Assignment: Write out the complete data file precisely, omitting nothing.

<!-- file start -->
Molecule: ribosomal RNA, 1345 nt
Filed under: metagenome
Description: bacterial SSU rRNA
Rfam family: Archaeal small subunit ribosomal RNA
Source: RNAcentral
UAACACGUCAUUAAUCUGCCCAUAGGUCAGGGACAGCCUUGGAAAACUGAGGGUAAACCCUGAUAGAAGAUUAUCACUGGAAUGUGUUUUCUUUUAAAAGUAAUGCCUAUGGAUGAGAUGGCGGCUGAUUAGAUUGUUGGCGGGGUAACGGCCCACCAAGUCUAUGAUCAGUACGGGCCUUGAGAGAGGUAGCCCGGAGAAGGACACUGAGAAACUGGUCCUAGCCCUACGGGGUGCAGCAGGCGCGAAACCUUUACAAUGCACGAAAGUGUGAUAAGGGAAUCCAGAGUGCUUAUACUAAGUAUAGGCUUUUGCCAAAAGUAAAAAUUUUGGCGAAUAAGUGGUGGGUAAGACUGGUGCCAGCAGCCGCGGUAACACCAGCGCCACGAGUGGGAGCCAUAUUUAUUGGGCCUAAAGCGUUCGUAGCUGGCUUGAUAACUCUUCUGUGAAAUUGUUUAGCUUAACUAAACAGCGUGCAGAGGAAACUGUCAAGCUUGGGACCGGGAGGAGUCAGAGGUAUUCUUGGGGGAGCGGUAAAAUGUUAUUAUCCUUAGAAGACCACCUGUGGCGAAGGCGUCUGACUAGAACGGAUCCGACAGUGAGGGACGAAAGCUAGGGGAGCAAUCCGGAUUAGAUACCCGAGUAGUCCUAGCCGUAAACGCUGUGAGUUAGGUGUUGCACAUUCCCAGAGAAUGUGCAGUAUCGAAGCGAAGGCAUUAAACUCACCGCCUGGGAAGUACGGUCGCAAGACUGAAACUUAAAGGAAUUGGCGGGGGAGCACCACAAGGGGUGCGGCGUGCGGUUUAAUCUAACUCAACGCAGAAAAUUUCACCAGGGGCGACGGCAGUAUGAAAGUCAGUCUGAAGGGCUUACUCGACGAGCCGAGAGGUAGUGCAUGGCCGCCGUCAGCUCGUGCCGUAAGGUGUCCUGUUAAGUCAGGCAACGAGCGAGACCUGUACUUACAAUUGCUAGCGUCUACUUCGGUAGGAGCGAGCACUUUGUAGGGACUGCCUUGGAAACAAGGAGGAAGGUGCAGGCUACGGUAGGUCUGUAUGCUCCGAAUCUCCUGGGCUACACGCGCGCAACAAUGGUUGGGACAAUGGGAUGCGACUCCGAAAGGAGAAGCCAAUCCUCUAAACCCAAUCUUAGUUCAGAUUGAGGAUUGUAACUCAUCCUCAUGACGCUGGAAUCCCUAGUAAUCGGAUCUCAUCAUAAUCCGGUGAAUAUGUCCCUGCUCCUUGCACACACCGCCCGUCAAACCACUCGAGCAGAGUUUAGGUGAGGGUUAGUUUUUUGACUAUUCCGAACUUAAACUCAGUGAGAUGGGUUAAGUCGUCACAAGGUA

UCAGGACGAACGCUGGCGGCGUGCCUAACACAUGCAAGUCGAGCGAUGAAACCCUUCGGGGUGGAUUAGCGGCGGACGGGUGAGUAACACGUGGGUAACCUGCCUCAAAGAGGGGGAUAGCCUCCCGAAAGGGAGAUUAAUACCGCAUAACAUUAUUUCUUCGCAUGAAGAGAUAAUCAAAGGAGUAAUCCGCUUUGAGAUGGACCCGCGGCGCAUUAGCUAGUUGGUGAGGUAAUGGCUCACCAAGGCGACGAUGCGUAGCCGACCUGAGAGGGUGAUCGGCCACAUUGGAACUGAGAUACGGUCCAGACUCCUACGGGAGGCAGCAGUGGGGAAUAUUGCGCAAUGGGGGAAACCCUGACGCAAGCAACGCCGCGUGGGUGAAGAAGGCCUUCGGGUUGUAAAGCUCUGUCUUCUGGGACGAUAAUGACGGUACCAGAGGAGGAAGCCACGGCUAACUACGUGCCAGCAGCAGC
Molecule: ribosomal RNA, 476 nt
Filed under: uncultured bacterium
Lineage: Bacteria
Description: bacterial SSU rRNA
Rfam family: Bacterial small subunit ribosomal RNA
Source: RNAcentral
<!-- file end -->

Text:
Molecule: ribosomal RNA, 1345 nt
Filed under: metagenome
Description: bacterial SSU rRNA
Rfam family: Archaeal small subunit ribosomal RNA
Source: RNAcentral
UAACACGUCAUUAAUCUGCCCAUAGGUCAGGGACAGCCUUGGAAAACUGAGGGUAAACCCUGAUAGAAGAUUAUCACUGGAAUGUGUUUUCUUUUAAAAGUAAUGCCUAUGGAUGAGAUGGCGGCUGAUUAGAUUGUUGGCGGGGUAACGGCCCACCAAGUCUAUGAUCAGUACGGGCCUUGAGAGAGGUAGCCCGGAGAAGGACACUGAGAAACUGGUCCUAGCCCUACGGGGUGCAGCAGGCGCGAAACCUUUACAAUGCACGAAAGUGUGAUAAGGGAAUCCAGAGUGCUUAUACUAAGUAUAGGCUUUUGCCAAAAGUAAAAAUUUUGGCGAAUAAGUGGUGGGUAAGACUGGUGCCAGCAGCCGCGGUAACACCAGCGCCACGAGUGGGAGCCAUAUUUAUUGGGCCUAAAGCGUUCGUAGCUGGCUUGAUAACUCUUCUGUGAAAUUGUUUAGCUUAACUAAACAGCGUGCAGAGGAAACUGUCAAGCUUGGGACCGGGAGGAGUCAGAGGUAUUCUUGGGGGAGCGGUAAAAUGUUAUUAUCCUUAGAAGACCACCUGUGGCGAAGGCGUCUGACUAGAACGGAUCCGACAGUGAGGGACGAAAGCUAGGGGAGCAAUCCGGAUUAGAUACCCGAGUAGUCCUAGCCGUAAACGCUGUGAGUUAGGUGUUGCACAUUCCCAGAGAAUGUGCAGUAUCGAAGCGAAGGCAUUAAACUCACCGCCUGGGAAGUACGGUCGCAAGACUGAAACUUAAAGGAAUUGGCGGGGGAGCACCACAAGGGGUGCGGCGUGCGGUUUAAUCUAACUCAACGCAGAAAAUUUCACCAGGGGCGACGGCAGUAUGAAAGUCAGUCUGAAGGGCUUACUCGACGAGCCGAGAGGUAGUGCAUGGCCGCCGUCAGCUCGUGCCGUAAGGUGUCCUGUUAAGUCAGGCAACGAGCGAGACCUGUACUUACAAUUGCUAGCGUCUACUUCGGUAGGAGCGAGCACUUUGUAGGGACUGCCUUGGAAACAAGGAGGAAGGUGCAGGCUACGGUAGGUCUGUAUGCUCCGAAUCUCCUGGGCUACACGCGCGCAACAAUGGUUGGGACAAUGGGAUGCGACUCCGAAAGGAGAAGCCAAUCCUCUAAACCCAAUCUUAGUUCAGAUUGAGGAUUGUAACUCAUCCUCAUGACGCUGGAAUCCCUAGUAAUCGGAUCUCAUCAUAAUCCGGUGAAUAUGUCCCUGCUCCUUGCACACACCGCCCGUCAAACCACUCGAGCAGAGUUUAGGUGAGGGUUAGUUUUUUGACUAUUCCGAACUUAAACUCAGUGAGAUGGGUUAAGUCGUCACAAGGUA

UCAGGACGAACGCUGGCGGCGUGCCUAACACAUGCAAGUCGAGCGAUGAAACCCUUCGGGGUGGAUUAGCGGCGGACGGGUGAGUAACACGUGGGUAACCUGCCUCAAAGAGGGGGAUAGCCUCCCGAAAGGGAGAUUAAUACCGCAUAACAUUAUUUCUUCGCAUGAAGAGAUAAUCAAAGGAGUAAUCCGCUUUGAGAUGGACCCGCGGCGCAUUAGCUAGUUGGUGAGGUAAUGGCUCACCAAGGCGACGAUGCGUAGCCGACCUGAGAGGGUGAUCGGCCACAUUGGAACUGAGAUACGGUCCAGACUCCUACGGGAGGCAGCAGUGGGGAAUAUUGCGCAAUGGGGGAAACCCUGACGCAAGCAACGCCGCGUGGGUGAAGAAGGCCUUCGGGUUGUAAAGCUCUGUCUUCUGGGACGAUAAUGACGGUACCAGAGGAGGAAGCCACGGCUAACUACGUGCCAGCAGCAGC
Molecule: ribosomal RNA, 476 nt
Filed under: uncultured bacterium
Lineage: Bacteria
Description: bacterial SSU rRNA
Rfam family: Bacterial small subunit ribosomal RNA
Source: RNAcentral